Off-Peak Day Return ticket printed by a self-service machine:
Off-Peak Day Return ticket bought over-the-counter in the ticket office:
The return coupon of an Off-Peak Return ticket showing the 31 day period of validity:
Putting it all together
|Ticket type||Can buy in advance?||Can buy on the day of travel?||What train can I take?||On what day can I return?|
|Advance||Yes, until sold out||No||Only specific train shown on the ticket||This is a one-way ticket|
|Anytime Single or Anytime Day Single||Yes||Yes||Any train on any permitted route on the day shown on the ticket||This is a one-way ticket|
|Anytime Return or Anytime Short Return||Yes||Yes||Any train on any permitted route on the day shown on the ticket||Within one month from the date of the outward journey|
|Anytime Day Return||Yes||Yes||Any train on any permitted route on the day shown on the ticket||On the same day when you make the outward journey|
|(Super) Off-Peak Single||Yes||Yes||Any off-peak train conforming to the restriction code, on any permitted route, on the day shown on the ticket||This is a one-way ticket|
|(Super) Off-Peak Return||Yes||Yes||Any off-peak train conforming to the restriction code, on any permitted route, on the day shown on the ticket||Within one month from the date of the outward journey|
|(Super) Off-Peak Day Return||Yes||Yes||Any off-peak train conforming to the restriction code, on any permitted route, on the day shown on the ticket||On the same day when you make the outward journey|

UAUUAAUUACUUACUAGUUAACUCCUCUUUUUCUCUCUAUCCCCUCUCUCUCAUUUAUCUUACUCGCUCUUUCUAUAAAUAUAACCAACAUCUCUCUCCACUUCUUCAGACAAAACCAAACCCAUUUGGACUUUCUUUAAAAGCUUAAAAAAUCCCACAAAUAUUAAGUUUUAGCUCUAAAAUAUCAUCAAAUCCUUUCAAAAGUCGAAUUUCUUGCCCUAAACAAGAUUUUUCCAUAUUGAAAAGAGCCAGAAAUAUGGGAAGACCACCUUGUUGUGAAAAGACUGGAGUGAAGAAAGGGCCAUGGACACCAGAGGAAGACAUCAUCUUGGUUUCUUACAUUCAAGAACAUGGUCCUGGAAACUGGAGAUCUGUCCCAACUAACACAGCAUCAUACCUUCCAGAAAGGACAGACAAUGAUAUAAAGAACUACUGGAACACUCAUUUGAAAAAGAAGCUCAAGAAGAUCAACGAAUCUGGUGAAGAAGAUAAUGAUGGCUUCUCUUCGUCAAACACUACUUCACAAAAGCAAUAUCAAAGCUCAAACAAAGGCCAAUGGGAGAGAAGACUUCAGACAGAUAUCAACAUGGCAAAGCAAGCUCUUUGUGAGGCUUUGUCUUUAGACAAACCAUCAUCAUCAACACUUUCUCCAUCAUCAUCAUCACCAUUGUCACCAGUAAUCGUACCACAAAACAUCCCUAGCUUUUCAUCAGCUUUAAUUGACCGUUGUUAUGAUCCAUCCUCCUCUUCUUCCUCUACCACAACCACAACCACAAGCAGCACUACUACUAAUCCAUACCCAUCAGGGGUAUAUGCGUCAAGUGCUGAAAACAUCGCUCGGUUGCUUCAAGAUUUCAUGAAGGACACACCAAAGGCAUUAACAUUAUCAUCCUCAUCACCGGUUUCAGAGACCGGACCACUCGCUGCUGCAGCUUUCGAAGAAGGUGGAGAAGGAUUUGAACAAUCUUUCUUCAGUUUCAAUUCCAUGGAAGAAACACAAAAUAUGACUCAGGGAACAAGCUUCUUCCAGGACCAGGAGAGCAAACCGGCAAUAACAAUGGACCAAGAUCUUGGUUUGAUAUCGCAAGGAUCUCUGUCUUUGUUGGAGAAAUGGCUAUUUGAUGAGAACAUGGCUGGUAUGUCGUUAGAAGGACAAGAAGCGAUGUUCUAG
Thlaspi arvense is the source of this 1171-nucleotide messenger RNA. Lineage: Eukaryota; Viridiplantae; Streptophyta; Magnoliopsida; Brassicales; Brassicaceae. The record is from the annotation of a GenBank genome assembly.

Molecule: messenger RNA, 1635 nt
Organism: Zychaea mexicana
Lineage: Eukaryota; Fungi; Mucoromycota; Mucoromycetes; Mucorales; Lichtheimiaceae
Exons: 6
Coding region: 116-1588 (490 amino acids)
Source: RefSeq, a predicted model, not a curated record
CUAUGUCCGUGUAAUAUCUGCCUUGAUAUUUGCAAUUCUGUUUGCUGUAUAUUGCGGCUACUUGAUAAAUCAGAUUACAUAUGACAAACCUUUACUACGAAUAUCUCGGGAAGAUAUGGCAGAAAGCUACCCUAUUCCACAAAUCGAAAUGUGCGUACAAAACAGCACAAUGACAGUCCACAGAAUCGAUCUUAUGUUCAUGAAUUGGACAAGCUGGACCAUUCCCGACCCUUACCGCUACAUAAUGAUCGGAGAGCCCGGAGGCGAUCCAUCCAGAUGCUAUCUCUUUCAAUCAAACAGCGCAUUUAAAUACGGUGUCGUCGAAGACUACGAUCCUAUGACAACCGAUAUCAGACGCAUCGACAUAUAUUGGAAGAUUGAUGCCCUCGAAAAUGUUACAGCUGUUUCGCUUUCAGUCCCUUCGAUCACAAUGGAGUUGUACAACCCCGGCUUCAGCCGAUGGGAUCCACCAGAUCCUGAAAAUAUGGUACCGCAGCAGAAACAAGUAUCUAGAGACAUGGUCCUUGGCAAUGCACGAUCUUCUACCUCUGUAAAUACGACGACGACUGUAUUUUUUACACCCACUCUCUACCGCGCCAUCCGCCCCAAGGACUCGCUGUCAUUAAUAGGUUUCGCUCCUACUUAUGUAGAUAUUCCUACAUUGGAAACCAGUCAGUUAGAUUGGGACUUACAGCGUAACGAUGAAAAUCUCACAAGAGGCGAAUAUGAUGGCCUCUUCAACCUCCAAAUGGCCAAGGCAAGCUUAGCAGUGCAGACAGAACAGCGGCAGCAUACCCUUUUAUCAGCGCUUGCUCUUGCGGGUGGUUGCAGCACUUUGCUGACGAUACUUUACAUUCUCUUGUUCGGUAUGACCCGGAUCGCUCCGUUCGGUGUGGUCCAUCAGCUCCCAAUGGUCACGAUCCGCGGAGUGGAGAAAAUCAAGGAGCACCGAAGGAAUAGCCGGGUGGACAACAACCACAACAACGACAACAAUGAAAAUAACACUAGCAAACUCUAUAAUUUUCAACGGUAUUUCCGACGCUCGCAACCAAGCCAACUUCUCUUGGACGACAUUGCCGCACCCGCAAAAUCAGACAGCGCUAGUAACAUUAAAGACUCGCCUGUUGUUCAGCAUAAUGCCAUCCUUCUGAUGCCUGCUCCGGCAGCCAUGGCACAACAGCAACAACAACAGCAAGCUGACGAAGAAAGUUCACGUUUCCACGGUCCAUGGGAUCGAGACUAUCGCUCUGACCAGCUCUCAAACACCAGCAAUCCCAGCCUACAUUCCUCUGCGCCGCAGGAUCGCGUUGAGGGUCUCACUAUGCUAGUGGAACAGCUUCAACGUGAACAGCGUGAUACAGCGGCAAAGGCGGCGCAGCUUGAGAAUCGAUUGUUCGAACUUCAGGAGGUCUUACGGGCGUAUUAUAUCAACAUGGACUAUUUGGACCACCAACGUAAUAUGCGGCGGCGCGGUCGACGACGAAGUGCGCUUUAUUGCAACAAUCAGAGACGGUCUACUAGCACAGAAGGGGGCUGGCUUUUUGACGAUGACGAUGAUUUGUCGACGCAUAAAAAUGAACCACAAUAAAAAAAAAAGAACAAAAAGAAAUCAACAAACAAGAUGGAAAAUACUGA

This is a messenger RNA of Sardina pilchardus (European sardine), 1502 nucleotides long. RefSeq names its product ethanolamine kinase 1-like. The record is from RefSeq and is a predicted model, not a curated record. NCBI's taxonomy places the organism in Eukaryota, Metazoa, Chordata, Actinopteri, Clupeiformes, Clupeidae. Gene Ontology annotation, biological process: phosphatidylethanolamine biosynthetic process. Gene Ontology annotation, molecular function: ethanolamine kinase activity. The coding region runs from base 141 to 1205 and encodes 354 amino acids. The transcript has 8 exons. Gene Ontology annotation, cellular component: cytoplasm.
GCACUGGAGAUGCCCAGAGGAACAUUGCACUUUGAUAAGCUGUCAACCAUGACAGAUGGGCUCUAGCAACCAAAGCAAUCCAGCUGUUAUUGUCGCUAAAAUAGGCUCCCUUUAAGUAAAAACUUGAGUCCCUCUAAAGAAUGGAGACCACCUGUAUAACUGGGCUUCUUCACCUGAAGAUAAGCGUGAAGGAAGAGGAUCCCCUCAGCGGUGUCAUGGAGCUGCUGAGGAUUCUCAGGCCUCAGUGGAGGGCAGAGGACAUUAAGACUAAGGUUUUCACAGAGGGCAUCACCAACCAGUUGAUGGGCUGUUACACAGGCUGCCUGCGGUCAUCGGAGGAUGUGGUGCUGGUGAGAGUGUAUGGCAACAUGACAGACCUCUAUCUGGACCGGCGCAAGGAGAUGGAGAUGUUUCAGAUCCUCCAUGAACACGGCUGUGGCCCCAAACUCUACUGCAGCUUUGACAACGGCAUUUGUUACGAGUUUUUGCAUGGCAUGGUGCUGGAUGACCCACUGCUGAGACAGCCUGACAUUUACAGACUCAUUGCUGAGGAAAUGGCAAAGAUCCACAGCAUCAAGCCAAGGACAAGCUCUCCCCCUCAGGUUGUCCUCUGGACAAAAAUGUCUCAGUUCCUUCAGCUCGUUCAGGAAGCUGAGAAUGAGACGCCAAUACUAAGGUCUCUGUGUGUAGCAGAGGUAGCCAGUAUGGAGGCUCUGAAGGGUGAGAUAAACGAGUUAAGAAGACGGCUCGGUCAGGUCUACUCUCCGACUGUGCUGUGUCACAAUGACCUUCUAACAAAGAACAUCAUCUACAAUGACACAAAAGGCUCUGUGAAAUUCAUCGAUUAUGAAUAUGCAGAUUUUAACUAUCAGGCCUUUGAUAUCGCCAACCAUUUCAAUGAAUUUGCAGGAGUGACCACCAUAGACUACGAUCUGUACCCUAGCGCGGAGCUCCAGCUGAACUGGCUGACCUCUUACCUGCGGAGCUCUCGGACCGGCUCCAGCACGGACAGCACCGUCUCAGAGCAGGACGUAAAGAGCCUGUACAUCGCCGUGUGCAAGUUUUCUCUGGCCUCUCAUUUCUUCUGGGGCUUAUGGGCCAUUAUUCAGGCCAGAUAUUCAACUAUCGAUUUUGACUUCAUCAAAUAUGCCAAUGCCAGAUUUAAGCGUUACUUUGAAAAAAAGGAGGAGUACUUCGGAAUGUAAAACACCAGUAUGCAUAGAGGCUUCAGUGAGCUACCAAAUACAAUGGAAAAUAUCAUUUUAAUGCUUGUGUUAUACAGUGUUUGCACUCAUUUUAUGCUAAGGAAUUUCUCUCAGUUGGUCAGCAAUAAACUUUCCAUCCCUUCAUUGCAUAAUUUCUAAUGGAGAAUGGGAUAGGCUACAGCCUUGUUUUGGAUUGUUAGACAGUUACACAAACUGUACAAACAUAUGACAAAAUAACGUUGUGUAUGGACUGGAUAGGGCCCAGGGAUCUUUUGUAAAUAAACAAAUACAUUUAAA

The fine print:
For the ticketing purposes, a railway day ends at 04:29 on the following calendar day, thus overlapping with the next railway day. So, if you board a train at 00:05 on Tuesday, you can do it either with an Anytime or Off-Peak ticket valid on Monday or with Anytime (but not Off-Peak) ticket valid on Tuesday. With the ticket from the previous day, you must complete your journey by 04:29.
Anytime Single ticket is valid for two days while Anytime Day Single is valid only for one day. The outward coupon of Anytime Return is valid for five days while the outward coupon of Anytime Short Return is valid only for one day. I could not think of any plausible scenario when it made economic sense to take advantage of the extended validity of Anytime Single/Return tickets. Therefore, for the practical purposes, Anytime Single shall be the same as Anytime Day Single, and Anytime Return - the same as Anytime Short Return. The outward parts of Off-Peak tickets are valid only on the day shown on the ticket.
The official information about the ticket types can be found on National Rail site.
Not all types of fares are offered on all routes. Sometimes you may stumble across apparent glitches in the system. For example, there are routes (such as London - St. Albans City) where the best rate for the one-way journey is Anytime Single even when you travel off-peak. But if you buy a return ticket for the same destination, you will be offered an Off-Peak Return. Actually, if you dig deeper, you’ll find that Off-Peak Single exists but is more expensive than Anytime.
Comparison of ticket prices